The Fifth Circuit relied on the fact that Menendez’s boss informed Menendez’s coworkers that he was the cause of the SEC investigation because “the boss could be read as sending a warning, granting his implied imprimatur on differential treatment of the employee, or otherwise expressing a sort of discontent from on high.” Moreover, the court further relied on the fact that Menendez worked in an environment where collaboration with colleagues was valued and where insufficient collaboration constituted deficient performance. As the court noted, “[t]he employer’s disclosure of the whistleblower’s identity and thus targeted creation of an environment in which the whistleblower is ostracized is not merely a matter of social concern, but is, in effect, a potential deprivation of opportunities for future advancement.”
Although the Fifth Circuit affirmed the ARB’s decision by finding that the disclosure amounted to a “materially adverse” action, it rejected certain “unfortunate dicta” by the ARB that suggested that the Supreme Court’s decision in Burlington Northern did not “control” and was not “broad” enough. In that regard, the ARB previously had defined an adverse action as “unfavorable employment actions that are more than trivial, either as a single event or in combination with other deliberate employer actions alleged.” The Fifth Circuit’s decision, therefore, should be seen as having rejected any effort by the ARB to define an “adverse action” more broadly than the Supreme Court did in Burlington Northern.
Obviously, in a literal sense, Menendez’s whistleblowing was a “contributing factor” in the disclosure of his identity as a whistleblower. Halliburton, however, argued that Menendez was required to show that the company had a “wrongful motive” for its actions, in addition to showing that his protected conduct was a contributing factor in the adverse action. The Fifth Circuit, however, relied on its prior decision inAllen v. Admin. Review Bd. that a “contributing factor” is “any factor, which alone or in combination with other factors, tends to affect in any way the outcome of the decision” in rejecting the argument that there must be an additional finding of a wrongful motive.
Finally, the Fifth Circuit affirmed the award of $30,000 to Menendez for emotional distress and reputational harm. SOX provides for “all relief necessary to make the employee whole,” and the Fifth Circuit affirmed the ARB’s decision that SOX permits noneconomic compensatory damages, including emotional distress and reputational harm.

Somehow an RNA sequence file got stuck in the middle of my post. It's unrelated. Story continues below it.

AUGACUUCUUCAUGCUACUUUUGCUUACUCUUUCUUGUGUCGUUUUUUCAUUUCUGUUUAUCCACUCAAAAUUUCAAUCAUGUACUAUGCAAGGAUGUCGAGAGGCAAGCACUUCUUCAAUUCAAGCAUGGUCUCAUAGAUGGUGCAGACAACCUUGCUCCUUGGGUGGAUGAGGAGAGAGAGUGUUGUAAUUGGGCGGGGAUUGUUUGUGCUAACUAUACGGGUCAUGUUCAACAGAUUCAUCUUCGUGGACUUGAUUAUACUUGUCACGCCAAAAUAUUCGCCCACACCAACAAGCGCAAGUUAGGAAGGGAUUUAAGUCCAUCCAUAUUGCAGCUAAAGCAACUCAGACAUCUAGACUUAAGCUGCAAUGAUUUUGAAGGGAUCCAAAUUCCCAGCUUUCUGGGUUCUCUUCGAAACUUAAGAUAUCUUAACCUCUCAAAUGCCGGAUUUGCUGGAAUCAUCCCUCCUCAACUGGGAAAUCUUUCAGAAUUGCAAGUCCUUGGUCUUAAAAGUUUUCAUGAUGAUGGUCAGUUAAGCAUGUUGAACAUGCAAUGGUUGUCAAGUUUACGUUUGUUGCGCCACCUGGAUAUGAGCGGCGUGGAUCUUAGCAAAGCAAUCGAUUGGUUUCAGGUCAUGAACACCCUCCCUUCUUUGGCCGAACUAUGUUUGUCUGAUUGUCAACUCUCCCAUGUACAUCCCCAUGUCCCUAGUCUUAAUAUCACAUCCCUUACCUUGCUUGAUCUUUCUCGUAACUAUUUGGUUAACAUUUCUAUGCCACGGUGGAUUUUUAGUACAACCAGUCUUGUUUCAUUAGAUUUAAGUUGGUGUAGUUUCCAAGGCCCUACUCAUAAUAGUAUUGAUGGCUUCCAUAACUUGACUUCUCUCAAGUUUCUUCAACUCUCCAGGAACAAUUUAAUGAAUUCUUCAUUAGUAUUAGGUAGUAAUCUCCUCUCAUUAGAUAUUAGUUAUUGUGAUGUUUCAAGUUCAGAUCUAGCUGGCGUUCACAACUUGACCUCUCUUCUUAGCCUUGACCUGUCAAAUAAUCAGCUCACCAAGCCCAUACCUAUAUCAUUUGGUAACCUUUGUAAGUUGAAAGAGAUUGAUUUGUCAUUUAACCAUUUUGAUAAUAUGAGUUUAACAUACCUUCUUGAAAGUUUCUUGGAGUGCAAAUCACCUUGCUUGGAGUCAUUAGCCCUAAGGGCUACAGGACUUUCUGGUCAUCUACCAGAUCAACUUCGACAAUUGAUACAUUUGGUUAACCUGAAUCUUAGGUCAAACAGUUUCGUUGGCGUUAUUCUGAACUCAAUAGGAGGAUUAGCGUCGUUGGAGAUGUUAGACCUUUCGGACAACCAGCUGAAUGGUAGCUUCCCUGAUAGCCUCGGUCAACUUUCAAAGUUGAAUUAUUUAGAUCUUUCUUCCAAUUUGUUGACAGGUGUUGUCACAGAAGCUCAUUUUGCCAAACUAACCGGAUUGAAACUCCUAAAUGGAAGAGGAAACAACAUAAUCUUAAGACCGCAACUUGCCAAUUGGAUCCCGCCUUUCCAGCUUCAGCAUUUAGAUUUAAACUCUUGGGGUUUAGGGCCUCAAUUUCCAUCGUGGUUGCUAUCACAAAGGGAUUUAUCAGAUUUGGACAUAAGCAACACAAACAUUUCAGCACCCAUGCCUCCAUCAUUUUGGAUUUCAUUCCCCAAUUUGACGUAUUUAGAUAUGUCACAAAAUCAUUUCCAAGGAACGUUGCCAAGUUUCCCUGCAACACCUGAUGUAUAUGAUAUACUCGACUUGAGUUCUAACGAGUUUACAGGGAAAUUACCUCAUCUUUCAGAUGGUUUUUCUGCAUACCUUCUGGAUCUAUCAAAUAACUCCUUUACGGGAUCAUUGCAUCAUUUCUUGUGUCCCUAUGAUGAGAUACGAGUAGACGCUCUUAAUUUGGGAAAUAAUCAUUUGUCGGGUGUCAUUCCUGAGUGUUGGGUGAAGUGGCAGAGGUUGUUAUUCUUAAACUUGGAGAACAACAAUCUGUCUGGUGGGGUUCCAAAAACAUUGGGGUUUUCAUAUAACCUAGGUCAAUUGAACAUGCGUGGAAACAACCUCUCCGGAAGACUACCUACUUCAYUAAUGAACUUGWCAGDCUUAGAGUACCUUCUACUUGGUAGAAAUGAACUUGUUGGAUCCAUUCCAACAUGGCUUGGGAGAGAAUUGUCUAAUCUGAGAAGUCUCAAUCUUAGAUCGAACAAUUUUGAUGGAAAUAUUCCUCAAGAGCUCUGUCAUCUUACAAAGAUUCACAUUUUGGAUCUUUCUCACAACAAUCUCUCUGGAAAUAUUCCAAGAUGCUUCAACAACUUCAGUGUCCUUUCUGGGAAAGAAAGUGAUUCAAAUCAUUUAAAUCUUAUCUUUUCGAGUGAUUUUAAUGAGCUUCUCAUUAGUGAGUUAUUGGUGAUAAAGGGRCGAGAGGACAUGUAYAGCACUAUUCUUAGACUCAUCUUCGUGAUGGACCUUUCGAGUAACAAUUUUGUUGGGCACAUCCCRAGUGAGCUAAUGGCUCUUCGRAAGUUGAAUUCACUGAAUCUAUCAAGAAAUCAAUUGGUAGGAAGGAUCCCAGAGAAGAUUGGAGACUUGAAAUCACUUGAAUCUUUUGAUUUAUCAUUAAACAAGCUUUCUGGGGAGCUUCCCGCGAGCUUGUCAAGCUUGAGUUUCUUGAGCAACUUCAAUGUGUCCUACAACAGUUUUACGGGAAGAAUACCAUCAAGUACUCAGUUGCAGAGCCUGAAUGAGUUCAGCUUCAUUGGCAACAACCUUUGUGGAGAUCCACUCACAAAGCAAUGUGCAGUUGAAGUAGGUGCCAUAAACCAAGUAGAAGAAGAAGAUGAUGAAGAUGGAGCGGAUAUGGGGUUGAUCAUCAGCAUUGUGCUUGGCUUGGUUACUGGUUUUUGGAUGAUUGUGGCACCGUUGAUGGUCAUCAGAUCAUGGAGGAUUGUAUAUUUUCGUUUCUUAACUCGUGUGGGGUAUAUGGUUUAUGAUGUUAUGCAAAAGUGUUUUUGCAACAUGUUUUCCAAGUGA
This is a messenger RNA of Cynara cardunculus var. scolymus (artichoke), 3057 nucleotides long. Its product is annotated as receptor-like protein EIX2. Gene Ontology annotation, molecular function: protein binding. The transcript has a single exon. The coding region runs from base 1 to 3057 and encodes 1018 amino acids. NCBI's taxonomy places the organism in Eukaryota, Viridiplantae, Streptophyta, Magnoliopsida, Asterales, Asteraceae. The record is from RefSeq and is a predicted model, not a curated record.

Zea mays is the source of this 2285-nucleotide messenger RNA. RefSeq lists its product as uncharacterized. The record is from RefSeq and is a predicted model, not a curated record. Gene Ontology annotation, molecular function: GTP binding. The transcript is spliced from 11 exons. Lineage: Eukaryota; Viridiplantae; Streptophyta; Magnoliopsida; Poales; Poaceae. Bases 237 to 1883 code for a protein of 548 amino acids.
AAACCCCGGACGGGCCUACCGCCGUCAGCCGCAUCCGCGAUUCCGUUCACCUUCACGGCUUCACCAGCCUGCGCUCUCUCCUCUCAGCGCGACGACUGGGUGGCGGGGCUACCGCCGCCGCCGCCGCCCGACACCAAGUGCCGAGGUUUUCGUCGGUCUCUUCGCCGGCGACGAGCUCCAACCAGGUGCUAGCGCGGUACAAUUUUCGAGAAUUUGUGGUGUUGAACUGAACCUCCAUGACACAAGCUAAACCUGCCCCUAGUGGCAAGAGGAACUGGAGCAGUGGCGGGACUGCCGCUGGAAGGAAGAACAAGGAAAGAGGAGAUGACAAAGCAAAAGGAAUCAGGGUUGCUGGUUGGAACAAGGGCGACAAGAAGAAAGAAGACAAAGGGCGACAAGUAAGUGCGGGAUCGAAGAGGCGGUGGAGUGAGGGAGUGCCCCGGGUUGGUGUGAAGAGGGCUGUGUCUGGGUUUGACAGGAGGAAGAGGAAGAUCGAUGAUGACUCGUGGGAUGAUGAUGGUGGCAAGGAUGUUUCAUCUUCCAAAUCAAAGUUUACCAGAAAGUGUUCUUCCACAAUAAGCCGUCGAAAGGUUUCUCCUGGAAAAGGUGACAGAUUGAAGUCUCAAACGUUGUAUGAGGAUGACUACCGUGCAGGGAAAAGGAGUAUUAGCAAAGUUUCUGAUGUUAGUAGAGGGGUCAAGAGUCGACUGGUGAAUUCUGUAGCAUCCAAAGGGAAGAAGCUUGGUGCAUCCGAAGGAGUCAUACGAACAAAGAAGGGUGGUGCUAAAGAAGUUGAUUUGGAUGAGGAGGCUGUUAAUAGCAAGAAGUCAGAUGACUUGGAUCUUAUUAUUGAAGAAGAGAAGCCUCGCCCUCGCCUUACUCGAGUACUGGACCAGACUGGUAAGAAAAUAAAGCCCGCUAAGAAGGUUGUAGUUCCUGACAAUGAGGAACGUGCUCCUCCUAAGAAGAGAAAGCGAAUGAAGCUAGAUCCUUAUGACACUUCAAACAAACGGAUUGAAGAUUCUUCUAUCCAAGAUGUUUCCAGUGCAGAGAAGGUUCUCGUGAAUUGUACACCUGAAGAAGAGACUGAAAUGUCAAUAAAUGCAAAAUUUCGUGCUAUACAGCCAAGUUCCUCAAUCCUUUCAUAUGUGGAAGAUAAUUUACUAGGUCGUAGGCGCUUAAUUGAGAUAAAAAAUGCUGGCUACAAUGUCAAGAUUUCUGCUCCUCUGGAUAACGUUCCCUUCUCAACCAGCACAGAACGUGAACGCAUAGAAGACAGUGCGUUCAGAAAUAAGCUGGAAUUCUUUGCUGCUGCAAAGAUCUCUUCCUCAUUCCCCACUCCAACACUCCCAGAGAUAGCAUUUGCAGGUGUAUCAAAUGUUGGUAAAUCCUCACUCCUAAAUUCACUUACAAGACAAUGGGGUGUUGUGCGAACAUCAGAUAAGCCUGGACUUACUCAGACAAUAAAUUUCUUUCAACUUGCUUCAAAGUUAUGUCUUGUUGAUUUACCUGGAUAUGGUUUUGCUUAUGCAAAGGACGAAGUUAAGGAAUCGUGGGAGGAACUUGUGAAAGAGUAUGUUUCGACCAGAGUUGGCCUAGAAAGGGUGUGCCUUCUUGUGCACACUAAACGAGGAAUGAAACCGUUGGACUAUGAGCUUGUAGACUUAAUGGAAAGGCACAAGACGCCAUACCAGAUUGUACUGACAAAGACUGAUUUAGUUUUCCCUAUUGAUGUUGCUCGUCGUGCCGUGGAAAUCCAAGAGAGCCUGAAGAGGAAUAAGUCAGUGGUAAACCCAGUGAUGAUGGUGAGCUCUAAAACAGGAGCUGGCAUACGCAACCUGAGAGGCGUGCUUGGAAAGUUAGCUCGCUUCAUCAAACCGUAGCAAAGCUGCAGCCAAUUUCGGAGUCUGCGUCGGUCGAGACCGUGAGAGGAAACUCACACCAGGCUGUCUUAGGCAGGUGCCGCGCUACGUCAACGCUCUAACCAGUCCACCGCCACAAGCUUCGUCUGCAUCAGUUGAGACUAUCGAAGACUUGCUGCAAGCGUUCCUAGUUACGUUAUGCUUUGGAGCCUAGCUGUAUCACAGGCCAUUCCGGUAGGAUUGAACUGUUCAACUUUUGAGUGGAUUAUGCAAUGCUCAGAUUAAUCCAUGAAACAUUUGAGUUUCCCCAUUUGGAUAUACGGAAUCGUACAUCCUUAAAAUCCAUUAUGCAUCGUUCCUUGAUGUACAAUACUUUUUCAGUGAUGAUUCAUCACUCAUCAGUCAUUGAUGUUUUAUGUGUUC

Employers should be mindful of two implications stemming fromHalliburton. First, Halliburton underscores that SOX claims can be predicated on more than just tangible employment actions, such as demotions or terminations of employment. Instead, the DOL and courts may apply the Burlington Northern test and find adverse actions where the employer took any action that might “dissuade a reasonable worker from engaging in statutorily protected whistleblowing.”
Second, employers should exercise care when issuing document retention notices and when otherwise communicating with employees in matters involving whistleblowers. Indeed, given the court’s reliance onBurlington Northern, a retaliation case under Title VII, the finding inHalliburton may have implications for document retention notices triggered by employee complaints generally and for other communications and disclosures relating to employee complaints, such as those made during an investigation. In this regard, the decision may create tension between “adverse actions” under antiretaliation laws and the law on appropriate preservation obligations or conducting appropriate internal investigations.
In light of the developing case law, companies should be cautious and deliberate in disclosing information relating to employee complaints. With respect to document retention notices, when a company must issue notices about both an underlying regulatory issue and the employee who has raised the issue, the company should consider issuing two notices—each containing different information—to different individuals. Employers should also consider including in the preservation notice a directive to limit further dissemination of the notice without prior authorization.